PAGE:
5 Tips to Help Your Field Team Deal with Customers Effectively


December is a wonderful time of year.  But it can also be a time of high stress.  Organizations struggle to get everything done before the holidays.  Employees try to balance the surge in social commitments while continuing to take actions to meet budgets.  Systems and processes are strained by increased demands caused by weather, quotas or any other number of things.

It is a time of year when systems and circumstance combine to create a stress-fuelled environment of tension and possible conflict.  To help your field team deal with customers effectively in these stressful times, consider the following five approaches.  This will help your team maintain good relations and build higher levels of trust and remind your customers why they chose to do business with you in the first place.

  1. Connect with the customer.

Whenever stressful situations arise, it is critical for our customers to realize that they have our full attention.  We can demonstrate this by connecting with the customer.  By connecting, we mean giving our customer our full attention.  That means putting things down, standing if appropriate, exhibiting open body language[1], making eye contact and actively listening.

It is also important to show a sense of urgency in our motions and our body stance (leaning slightly forward).  Connecting with the customer in this way shows we are taking the situation seriously and interested in getting the problem resolved.

  1. Acknowledge the situation.

We can remove some of the customer’s stress and concerns by showing them that we understand.  We can do this in a number of ways.  For example, the problem being experienced is having a significant and detrimental impact on production.  We could say something like, “I can see why this is so upsetting for you, particularly given the pressures you must be facing from production to get this up and running.”  You might even say, “I can understand how stressful this must be for you, I would feel the same way, if I were in your shoes.”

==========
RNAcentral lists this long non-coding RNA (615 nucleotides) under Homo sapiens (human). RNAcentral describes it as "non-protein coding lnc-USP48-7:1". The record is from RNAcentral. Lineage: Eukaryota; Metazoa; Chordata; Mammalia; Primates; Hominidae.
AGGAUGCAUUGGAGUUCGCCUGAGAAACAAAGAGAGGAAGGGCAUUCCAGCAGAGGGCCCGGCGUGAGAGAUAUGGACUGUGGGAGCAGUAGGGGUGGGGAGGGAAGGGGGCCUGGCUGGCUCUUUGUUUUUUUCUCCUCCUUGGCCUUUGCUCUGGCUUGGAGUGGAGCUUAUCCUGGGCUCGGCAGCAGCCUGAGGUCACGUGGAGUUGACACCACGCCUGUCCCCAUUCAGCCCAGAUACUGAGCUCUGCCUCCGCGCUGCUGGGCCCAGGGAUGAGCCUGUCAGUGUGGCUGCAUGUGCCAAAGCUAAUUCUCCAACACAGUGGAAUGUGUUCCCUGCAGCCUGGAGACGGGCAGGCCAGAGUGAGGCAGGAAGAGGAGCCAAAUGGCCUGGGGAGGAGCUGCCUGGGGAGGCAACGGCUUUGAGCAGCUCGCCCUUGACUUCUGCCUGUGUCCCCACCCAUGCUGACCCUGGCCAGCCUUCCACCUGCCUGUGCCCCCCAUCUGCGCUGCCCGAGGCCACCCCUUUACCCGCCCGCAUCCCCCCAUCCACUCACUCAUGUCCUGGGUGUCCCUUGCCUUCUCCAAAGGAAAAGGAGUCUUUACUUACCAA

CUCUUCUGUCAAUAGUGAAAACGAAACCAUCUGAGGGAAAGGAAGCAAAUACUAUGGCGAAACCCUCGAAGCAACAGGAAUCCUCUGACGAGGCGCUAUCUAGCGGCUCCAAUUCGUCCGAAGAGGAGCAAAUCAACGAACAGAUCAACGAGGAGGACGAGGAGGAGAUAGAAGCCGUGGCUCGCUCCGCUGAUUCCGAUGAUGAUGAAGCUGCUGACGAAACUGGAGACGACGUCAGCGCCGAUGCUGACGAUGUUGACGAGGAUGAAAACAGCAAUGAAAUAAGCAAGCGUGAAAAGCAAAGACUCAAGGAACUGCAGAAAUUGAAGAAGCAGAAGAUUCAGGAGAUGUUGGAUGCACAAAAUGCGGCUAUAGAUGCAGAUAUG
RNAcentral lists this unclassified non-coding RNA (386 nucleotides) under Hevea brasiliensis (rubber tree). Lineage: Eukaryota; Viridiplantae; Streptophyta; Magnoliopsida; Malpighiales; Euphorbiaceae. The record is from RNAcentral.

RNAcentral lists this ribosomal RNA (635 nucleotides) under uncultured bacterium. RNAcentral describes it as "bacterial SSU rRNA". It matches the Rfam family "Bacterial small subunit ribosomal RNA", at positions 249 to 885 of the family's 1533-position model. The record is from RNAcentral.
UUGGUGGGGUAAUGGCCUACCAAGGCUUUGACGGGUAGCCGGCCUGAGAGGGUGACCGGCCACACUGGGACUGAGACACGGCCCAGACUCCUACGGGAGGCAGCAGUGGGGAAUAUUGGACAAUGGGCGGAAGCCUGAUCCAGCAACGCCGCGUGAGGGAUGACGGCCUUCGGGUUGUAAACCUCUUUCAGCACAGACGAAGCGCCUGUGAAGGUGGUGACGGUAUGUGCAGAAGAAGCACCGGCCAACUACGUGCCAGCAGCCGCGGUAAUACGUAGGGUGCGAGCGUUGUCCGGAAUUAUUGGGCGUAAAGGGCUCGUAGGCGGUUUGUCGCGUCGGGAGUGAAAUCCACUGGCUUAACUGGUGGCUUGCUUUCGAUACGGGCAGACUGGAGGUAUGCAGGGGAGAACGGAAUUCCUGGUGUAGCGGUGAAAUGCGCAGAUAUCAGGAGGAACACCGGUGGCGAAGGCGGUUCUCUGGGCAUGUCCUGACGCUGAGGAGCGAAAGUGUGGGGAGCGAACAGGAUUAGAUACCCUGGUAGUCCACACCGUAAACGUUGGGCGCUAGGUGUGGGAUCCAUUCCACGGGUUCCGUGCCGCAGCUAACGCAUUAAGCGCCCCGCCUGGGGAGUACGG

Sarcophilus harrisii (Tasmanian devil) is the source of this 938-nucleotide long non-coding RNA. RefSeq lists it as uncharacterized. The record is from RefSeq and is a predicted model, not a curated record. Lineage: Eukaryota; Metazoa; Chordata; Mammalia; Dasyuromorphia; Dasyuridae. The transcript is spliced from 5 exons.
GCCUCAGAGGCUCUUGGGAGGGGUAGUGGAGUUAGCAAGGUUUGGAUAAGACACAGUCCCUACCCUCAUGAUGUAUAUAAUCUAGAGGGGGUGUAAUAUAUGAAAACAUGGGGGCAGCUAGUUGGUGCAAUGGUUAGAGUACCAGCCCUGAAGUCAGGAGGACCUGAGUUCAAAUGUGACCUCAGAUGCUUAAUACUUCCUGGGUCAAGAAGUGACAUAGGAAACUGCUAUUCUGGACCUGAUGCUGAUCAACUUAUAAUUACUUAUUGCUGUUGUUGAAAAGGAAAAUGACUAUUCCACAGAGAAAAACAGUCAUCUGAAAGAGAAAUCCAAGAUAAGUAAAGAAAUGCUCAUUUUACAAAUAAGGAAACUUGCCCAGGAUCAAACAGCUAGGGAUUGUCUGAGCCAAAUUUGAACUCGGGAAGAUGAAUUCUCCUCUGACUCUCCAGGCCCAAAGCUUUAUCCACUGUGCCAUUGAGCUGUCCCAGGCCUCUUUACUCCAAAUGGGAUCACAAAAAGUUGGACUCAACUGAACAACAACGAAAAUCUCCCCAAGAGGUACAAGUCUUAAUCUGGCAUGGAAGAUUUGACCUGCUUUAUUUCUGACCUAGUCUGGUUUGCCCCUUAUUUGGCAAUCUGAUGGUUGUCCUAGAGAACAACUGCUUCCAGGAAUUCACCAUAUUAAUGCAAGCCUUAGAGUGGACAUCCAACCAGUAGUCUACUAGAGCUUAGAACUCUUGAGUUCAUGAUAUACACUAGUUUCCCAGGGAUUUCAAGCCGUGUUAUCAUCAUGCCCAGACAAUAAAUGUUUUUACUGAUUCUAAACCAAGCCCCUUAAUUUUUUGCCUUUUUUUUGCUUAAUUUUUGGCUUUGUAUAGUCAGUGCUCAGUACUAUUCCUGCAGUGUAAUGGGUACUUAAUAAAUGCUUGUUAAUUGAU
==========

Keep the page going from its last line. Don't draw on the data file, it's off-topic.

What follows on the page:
Notice that I am not suggesting that we take responsibility for the problem.  We are simply acknowledging the situation that the customer is in.  This continues to build upon the trust that started when we “connected” with the customer.

  1. Explain your reasons from the customer’s perspective.

When we have to say “no”, we can explain our reasons from the customer’s perspective rather than our own.  Let’s say the customer wants us to make a temporary fix that we feel will be unsafe.  The customer is adamant that it be done and we have to say “no”.

Rather than say something like “I can’t do that.  It’s unsafe and it could get me in serious trouble.  We will have to think of something else”, it would be better to say “no” from the customer’s perspective.  For example, we could say, “Unfortunately, this suggestion could prove unsafe and I would not want to put you or your tenants in harm’s way.   There are other options that we can consider, such as …”

  1. Give the customer’s motives the benefit of the doubt.